Dans le cadre d’études menées pour le compte de l’UNICEF, et rattaché à l’incubateur d’idées dans la lutte contre le choléra, les Dr Sandra Moore et Bertrand Sudre publient dans la revue Scientific Reports : « Comparison of analysis methods to classify cholera hotspots in Ethiopia from 2015 to 2021″.

« Cholera continues to represent a major public health concern in Ethiopia. The country has developed a Multi-sectoral National Cholera Elimination Plan in 2022, which targets prevention and control interventions in cholera hotspots. Multiple methods to classify cholera hotspots have been used in several countries. Since 2014, a classification method developed by United Nations Children’s Fund has been applied to guide water, sanitation and hygiene interventions throughout Sub-Saharan Africa based on three outbreak parameters: frequency, duration and standardized attack rate. In 2019, the Global Task Force on Cholera Control (GTFCC) proposed a method based on two parameters: average annual cholera incidence and persistence. In 2023, an updated GTFCC method for multisectoral interventions considers three epidemiological indicators (cumulative incidence, cumulative mortality and persistence,) and a cholera-case confirmation indicator. The current study aimed to classify cholera hotspots in Ethiopia at the woreda level (equivalent to district level) applying the three methods and comparing the results to optimize the hotspot targeting strategy. From 2015 to 2021, cholera hotspots were located along major routes between Addis Ababa and woredas adjacent to the Kenya and Somalia borders, throughout Tigray Region, around Lake Tana, and in Afar Region. The multi-method comparison enables decision makers to prioritize interventions according to a sub-classification of the highest-priority areas. »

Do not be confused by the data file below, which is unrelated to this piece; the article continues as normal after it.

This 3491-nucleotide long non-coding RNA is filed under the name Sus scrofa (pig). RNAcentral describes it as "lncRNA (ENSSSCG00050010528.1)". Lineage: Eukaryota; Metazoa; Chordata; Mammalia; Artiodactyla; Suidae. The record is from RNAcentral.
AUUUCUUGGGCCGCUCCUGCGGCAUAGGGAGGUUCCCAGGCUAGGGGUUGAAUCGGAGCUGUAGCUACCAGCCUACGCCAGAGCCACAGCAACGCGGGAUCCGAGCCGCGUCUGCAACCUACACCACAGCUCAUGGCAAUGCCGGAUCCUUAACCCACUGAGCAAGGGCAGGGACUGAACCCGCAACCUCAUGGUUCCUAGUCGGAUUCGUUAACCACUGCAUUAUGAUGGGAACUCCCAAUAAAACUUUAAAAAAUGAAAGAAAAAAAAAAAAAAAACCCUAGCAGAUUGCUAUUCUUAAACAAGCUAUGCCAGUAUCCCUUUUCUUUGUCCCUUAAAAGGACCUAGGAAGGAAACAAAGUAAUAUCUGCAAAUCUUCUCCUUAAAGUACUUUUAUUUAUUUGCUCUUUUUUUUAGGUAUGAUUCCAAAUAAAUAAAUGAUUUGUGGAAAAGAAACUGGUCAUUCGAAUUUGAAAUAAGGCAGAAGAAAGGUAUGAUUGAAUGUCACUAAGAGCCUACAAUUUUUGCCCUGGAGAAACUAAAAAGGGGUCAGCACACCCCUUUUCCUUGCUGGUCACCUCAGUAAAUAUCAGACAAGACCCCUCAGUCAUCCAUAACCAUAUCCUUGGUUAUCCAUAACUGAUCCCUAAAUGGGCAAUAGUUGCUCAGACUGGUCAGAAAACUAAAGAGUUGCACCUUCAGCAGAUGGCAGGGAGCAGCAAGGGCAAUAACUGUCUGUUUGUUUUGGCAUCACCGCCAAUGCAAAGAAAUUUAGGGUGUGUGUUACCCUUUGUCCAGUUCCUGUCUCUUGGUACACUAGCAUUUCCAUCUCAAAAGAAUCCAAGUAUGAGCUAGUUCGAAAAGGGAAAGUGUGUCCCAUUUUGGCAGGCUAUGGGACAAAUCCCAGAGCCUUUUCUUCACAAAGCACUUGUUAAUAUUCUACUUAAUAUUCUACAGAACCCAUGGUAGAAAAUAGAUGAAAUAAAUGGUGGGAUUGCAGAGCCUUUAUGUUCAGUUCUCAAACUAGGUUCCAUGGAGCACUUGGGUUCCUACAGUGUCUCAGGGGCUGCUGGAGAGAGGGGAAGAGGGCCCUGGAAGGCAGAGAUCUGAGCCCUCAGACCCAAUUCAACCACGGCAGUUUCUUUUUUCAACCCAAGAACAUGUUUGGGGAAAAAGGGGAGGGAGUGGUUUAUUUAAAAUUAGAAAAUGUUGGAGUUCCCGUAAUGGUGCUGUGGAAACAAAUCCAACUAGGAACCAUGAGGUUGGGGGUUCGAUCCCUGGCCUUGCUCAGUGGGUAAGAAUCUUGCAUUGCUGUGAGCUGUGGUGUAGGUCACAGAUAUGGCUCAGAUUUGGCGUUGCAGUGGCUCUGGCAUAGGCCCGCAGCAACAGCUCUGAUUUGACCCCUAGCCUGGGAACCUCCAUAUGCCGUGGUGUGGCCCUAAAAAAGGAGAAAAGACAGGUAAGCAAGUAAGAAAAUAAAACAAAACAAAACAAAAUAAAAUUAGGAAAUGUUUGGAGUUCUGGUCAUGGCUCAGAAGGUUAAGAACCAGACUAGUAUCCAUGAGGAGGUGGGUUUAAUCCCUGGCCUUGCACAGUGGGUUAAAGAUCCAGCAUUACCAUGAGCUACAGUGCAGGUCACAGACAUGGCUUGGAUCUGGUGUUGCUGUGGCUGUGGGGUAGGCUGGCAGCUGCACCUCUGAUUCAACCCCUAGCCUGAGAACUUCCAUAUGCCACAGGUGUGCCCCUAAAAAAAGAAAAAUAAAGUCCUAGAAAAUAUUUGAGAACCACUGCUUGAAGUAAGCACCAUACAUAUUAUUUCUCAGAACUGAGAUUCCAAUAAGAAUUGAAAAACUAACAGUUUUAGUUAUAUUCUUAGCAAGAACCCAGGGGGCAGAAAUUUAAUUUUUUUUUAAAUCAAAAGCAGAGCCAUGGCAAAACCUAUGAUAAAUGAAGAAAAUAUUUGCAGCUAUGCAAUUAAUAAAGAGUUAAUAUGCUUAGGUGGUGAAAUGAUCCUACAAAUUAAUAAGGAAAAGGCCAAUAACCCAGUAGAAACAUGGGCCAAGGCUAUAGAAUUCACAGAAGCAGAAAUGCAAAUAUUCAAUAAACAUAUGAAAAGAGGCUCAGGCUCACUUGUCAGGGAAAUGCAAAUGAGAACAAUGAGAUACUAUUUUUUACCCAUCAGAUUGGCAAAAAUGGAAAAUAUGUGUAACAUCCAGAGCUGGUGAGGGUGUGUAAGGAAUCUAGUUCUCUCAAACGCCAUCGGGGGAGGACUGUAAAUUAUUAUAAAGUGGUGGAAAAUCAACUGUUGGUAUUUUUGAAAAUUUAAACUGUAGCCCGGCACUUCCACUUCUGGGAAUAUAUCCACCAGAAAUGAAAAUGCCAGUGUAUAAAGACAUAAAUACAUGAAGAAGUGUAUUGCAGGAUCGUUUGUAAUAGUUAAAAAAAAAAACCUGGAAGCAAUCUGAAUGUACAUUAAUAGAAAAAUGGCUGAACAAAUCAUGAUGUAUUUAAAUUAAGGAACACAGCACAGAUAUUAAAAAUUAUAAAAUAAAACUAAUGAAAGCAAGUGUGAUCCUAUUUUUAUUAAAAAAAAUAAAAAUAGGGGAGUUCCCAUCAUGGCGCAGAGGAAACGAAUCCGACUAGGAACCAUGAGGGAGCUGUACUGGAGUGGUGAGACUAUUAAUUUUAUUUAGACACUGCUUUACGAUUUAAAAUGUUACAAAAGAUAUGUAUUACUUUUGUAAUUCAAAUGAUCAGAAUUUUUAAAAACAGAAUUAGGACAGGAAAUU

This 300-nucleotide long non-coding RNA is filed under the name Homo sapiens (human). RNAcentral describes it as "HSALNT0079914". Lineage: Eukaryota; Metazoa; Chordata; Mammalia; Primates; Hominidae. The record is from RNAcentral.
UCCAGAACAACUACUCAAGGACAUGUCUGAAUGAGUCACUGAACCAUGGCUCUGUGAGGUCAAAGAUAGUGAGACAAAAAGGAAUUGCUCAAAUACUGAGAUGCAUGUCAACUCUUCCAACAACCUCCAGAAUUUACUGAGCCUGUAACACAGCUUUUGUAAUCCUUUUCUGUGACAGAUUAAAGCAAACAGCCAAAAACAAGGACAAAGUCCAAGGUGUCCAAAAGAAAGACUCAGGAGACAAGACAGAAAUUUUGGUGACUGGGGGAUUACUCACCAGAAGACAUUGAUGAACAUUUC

Demlie YW, Moore S, Dunoyer J, Muluneh D, Hussen M, Wossen M, Edosa M, Sudre B. Comparison of analysis methods to classify cholera hotspots in Ethiopia from 2015 to 2021. Sci Rep. 2024 Apr 3;14(1):7377. doi: 10.1038/s41598-024-56299-5. PMID: 38570545; PMCID: PMC10991413.

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